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Washington Supreme Court to decide legislative records case

UPDATED: Tue., May 29, 2018, 9:29 p.m.

Rowland Thompson, right, executive director of Allied Daily Newspapers of Washington, testifies during a joint work session of the Senate and House State Government Committees, Thursday, Feb. 22, 2018, at the Capitol in Olympia, Wash. The session was held to discuss a bill filed by lawmakers who want to circumvent a recent court ruling finding them fully subject to the state's public disclosure laws. (Ted S. Warren / Associated Press)
Rowland Thompson, right, executive director of Allied Daily Newspapers of Washington, testifies during a joint work session of the Senate and House State Government Committees, Thursday, Feb. 22, 2018, at the Capitol in Olympia, Wash. The session was held to discuss a bill filed by lawmakers who want to circumvent a recent court ruling finding them fully subject to the state's public disclosure laws. (Ted S. Warren / Associated Press)

OLYMPIA – The state Supreme Court will decide whether Washington’s voter-approved Public Records Act applies to lawmakers.

Supreme Court Commissioner Michael Johnston signed a ruling Tuesday saying the case can skip the Court of Appeals and go straight to the justices for a decision on whether state lawmakers are subject to the same public disclosure rules that apply to other elected officials and agencies.

A media coalition led by the Associated Press sued last year, arguing that lawmakers had illegally been withholding documents like daily calendars, emails and reports of sexual harassment.

In January, Thurston County Superior Court Judge Chris Lanese sided largely with the news organizations, saying individual lawmakers and their offices are “agencies” under the Public Records Act; he ruled the Washington Legislature, the House and Senate were not.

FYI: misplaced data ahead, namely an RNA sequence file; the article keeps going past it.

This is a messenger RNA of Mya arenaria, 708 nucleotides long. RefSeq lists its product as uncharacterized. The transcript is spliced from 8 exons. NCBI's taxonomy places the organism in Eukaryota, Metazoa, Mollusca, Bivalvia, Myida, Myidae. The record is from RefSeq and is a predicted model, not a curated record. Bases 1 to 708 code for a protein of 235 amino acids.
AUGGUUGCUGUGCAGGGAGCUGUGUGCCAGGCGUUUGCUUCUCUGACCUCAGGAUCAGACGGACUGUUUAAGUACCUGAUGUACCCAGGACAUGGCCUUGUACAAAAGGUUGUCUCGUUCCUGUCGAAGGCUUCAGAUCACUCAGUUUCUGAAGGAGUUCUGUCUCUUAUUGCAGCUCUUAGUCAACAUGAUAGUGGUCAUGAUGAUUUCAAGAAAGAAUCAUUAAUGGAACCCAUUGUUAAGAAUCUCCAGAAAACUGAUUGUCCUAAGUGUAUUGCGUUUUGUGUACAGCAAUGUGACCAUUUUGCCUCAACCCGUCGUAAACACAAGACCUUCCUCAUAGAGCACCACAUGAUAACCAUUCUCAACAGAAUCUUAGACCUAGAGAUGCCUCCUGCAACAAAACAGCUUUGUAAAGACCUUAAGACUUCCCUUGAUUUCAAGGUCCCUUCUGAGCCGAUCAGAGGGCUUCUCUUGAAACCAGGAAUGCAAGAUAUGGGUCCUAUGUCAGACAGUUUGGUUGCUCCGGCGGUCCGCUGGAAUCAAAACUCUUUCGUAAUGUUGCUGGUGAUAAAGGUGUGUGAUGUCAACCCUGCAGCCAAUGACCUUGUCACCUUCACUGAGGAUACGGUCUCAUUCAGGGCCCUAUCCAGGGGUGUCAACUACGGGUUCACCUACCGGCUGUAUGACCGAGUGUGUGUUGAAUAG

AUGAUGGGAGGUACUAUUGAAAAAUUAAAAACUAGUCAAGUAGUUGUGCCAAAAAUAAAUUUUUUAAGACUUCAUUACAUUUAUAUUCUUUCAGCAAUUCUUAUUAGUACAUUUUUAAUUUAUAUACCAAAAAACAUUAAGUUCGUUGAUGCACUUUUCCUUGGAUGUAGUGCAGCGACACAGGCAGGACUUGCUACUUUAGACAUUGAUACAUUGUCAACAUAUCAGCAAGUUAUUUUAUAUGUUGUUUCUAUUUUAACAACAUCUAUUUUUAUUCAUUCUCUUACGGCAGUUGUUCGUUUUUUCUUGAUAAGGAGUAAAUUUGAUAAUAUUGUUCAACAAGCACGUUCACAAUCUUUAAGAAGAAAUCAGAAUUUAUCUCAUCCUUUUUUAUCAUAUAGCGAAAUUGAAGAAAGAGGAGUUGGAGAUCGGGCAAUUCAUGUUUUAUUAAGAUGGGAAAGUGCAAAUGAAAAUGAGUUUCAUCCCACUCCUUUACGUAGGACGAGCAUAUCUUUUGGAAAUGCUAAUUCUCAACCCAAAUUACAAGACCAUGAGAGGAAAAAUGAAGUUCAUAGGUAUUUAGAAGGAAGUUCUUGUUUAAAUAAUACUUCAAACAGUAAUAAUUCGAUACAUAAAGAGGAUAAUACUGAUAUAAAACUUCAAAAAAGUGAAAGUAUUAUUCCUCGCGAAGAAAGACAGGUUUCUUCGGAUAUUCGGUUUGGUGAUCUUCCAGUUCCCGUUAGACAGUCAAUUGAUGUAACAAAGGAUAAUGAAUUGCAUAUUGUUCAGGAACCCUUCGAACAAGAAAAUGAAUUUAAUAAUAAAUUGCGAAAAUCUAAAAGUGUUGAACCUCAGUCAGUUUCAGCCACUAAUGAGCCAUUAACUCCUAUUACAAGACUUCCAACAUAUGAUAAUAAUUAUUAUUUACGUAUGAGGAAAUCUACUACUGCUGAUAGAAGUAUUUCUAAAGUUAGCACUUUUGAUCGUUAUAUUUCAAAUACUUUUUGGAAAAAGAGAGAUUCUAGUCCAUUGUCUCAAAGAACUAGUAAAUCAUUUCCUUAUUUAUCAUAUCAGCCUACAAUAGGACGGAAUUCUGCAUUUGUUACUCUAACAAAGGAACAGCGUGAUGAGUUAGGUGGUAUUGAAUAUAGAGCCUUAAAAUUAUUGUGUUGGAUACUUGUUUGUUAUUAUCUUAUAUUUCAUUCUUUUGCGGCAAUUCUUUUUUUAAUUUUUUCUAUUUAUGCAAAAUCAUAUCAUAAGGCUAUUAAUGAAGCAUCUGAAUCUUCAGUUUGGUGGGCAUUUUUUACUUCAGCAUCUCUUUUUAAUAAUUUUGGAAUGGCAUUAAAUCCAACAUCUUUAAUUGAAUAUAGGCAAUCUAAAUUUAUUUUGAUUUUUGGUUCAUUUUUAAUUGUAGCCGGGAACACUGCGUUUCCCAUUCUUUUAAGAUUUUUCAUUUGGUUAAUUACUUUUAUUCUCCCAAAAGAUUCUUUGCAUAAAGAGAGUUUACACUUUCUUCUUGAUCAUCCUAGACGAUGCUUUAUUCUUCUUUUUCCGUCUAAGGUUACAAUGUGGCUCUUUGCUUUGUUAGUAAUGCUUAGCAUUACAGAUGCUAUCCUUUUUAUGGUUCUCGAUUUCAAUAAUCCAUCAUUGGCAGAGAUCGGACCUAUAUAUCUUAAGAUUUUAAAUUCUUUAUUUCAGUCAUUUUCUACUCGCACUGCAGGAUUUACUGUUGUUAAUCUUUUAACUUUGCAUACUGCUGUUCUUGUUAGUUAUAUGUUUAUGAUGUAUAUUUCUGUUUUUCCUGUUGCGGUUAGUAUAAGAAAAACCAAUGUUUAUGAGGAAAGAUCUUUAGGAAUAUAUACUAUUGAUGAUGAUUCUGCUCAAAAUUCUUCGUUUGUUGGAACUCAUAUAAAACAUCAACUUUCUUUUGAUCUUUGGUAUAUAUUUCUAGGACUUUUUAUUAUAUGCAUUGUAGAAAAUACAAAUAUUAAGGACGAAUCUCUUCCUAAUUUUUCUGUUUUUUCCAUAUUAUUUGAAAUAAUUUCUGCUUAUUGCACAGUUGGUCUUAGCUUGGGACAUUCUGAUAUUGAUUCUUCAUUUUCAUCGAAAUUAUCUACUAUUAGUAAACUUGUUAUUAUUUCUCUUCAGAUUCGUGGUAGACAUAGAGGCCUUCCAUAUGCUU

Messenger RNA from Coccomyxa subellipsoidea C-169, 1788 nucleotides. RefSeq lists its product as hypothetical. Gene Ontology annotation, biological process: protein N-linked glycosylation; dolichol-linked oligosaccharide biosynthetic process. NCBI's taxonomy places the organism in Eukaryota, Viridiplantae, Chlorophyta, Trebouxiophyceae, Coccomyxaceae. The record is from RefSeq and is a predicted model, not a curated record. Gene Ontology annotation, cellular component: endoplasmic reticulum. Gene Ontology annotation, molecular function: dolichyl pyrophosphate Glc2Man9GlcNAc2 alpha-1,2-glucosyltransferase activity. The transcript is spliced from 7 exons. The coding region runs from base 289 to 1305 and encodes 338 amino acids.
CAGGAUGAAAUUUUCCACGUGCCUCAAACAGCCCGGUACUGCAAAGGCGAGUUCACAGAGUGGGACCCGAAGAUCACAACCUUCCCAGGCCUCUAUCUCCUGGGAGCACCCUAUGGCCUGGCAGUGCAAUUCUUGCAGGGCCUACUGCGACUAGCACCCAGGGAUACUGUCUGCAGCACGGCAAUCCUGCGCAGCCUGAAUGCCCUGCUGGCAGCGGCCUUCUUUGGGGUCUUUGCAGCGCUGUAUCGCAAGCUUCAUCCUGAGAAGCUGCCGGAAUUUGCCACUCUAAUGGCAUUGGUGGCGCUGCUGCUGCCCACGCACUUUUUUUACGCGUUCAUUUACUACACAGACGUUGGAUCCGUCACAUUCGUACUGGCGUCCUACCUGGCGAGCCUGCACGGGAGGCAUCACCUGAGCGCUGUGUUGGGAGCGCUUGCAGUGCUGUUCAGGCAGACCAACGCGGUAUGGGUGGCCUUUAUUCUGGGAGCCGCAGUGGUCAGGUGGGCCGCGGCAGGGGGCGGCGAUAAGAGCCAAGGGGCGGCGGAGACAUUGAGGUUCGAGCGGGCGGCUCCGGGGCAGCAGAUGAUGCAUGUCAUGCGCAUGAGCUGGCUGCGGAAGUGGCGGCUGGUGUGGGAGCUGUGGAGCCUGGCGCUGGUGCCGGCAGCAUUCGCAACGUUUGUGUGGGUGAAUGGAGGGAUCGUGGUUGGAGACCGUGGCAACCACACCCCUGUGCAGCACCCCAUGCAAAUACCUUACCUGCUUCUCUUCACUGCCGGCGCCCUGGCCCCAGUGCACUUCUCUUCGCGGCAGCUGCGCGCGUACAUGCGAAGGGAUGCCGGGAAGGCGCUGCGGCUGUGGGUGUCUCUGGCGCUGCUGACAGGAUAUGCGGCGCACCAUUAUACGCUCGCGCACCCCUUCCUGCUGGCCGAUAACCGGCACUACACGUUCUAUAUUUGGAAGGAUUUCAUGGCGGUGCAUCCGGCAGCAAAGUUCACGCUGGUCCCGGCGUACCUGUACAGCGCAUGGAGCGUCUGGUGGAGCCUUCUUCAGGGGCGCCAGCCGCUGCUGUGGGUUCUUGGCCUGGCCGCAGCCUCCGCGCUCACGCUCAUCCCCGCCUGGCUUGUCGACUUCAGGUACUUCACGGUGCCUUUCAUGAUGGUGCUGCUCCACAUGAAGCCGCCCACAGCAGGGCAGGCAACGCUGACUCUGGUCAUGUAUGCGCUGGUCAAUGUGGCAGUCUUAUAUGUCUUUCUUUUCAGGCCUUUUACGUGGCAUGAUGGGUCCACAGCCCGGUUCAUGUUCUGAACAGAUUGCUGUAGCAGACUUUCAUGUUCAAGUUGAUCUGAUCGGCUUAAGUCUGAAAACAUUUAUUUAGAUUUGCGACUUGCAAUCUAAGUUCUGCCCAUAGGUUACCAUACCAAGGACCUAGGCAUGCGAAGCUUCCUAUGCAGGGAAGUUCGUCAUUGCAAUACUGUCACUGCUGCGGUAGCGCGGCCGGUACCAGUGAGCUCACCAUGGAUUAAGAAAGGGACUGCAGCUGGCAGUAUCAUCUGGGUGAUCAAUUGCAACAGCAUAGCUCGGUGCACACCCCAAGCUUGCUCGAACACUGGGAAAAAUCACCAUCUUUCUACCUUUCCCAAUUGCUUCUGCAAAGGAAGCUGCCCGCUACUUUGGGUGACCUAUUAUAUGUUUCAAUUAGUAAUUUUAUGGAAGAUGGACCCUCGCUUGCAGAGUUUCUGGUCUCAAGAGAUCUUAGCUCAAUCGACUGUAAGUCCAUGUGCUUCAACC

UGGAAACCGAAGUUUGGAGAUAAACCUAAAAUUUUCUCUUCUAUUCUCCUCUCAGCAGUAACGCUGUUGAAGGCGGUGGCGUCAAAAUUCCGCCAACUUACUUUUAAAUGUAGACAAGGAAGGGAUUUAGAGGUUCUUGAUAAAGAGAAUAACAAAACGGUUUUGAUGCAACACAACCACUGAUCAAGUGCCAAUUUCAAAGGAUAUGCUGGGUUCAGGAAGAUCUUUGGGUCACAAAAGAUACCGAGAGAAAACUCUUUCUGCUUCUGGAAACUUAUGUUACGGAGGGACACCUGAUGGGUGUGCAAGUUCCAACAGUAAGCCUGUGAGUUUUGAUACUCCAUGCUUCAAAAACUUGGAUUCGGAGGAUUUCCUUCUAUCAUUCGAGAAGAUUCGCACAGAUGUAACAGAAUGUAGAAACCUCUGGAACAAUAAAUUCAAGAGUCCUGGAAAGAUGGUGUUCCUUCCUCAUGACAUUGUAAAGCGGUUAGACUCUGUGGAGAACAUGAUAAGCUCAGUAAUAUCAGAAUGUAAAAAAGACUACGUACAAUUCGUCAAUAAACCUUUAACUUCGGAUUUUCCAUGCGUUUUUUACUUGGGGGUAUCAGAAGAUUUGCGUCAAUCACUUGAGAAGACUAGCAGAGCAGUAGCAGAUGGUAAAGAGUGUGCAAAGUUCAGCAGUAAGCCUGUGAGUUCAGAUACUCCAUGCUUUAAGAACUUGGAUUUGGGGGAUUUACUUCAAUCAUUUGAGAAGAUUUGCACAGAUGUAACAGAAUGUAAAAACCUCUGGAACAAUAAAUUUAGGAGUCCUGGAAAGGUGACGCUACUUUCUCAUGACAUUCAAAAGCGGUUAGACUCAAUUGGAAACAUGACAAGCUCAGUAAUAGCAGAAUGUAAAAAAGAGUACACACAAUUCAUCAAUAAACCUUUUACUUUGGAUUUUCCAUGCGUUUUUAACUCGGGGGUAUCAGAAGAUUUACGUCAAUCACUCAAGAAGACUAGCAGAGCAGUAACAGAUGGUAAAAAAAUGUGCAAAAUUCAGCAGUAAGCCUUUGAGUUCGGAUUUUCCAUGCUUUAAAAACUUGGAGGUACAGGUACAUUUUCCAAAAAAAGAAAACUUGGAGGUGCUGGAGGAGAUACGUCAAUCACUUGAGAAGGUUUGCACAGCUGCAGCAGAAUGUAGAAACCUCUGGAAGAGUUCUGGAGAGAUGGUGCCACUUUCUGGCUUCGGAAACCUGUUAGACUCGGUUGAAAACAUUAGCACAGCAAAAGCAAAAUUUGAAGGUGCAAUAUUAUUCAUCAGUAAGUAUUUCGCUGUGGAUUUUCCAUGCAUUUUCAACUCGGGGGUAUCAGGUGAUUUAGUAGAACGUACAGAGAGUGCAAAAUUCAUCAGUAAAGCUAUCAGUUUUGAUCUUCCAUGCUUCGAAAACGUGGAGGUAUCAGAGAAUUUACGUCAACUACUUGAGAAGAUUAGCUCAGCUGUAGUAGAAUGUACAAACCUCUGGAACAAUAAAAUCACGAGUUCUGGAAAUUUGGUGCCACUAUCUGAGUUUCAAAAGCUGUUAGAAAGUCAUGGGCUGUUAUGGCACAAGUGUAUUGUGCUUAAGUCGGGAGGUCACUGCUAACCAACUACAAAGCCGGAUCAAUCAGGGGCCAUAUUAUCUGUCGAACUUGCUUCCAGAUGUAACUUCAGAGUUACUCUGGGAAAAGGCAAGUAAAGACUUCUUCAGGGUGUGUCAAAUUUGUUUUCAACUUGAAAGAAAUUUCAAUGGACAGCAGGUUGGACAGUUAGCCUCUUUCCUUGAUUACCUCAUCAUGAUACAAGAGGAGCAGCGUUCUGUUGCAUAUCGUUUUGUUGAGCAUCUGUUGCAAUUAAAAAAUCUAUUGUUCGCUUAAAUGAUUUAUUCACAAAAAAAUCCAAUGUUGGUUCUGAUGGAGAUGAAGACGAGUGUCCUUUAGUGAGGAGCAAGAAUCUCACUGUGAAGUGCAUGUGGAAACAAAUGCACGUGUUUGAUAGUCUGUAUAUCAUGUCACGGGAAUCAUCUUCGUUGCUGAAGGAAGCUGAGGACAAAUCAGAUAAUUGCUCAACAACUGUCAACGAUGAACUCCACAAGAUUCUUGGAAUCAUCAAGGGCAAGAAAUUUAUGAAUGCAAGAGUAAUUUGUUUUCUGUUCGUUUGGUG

The Legislature appealed the former determination, while the news organizations appealed the latter.

Johnston wrote that even if the case had first gone to the Court of Appeals, it would have ultimately ended up before the Supreme Court, and “a prompt review of these legal issues will likely save judicial resources in the long run.”

“And whether the Public Records Act applies to the legislative branch, including individual legislators, is arguably ‘a fundamental and urgent issue of broad public import which requires prompt and ultimate determination’ in this court,” he wrote.

About a month after Lanese’s ruling, lawmakers moved quickly to pass a bill that would have retroactively exempted them from the law while allowing for more limited disclosure of some records.

Following a public backlash, Gov. Jay Inslee vetoed the measure after legislators agreed not to override his action. Lawmakers have said they will look to craft a new bill next year based on recommendation from a task force that has not yet been formed. The next legislative session begins in January.

Groups involved in the lawsuit include The Spokesman-Review.


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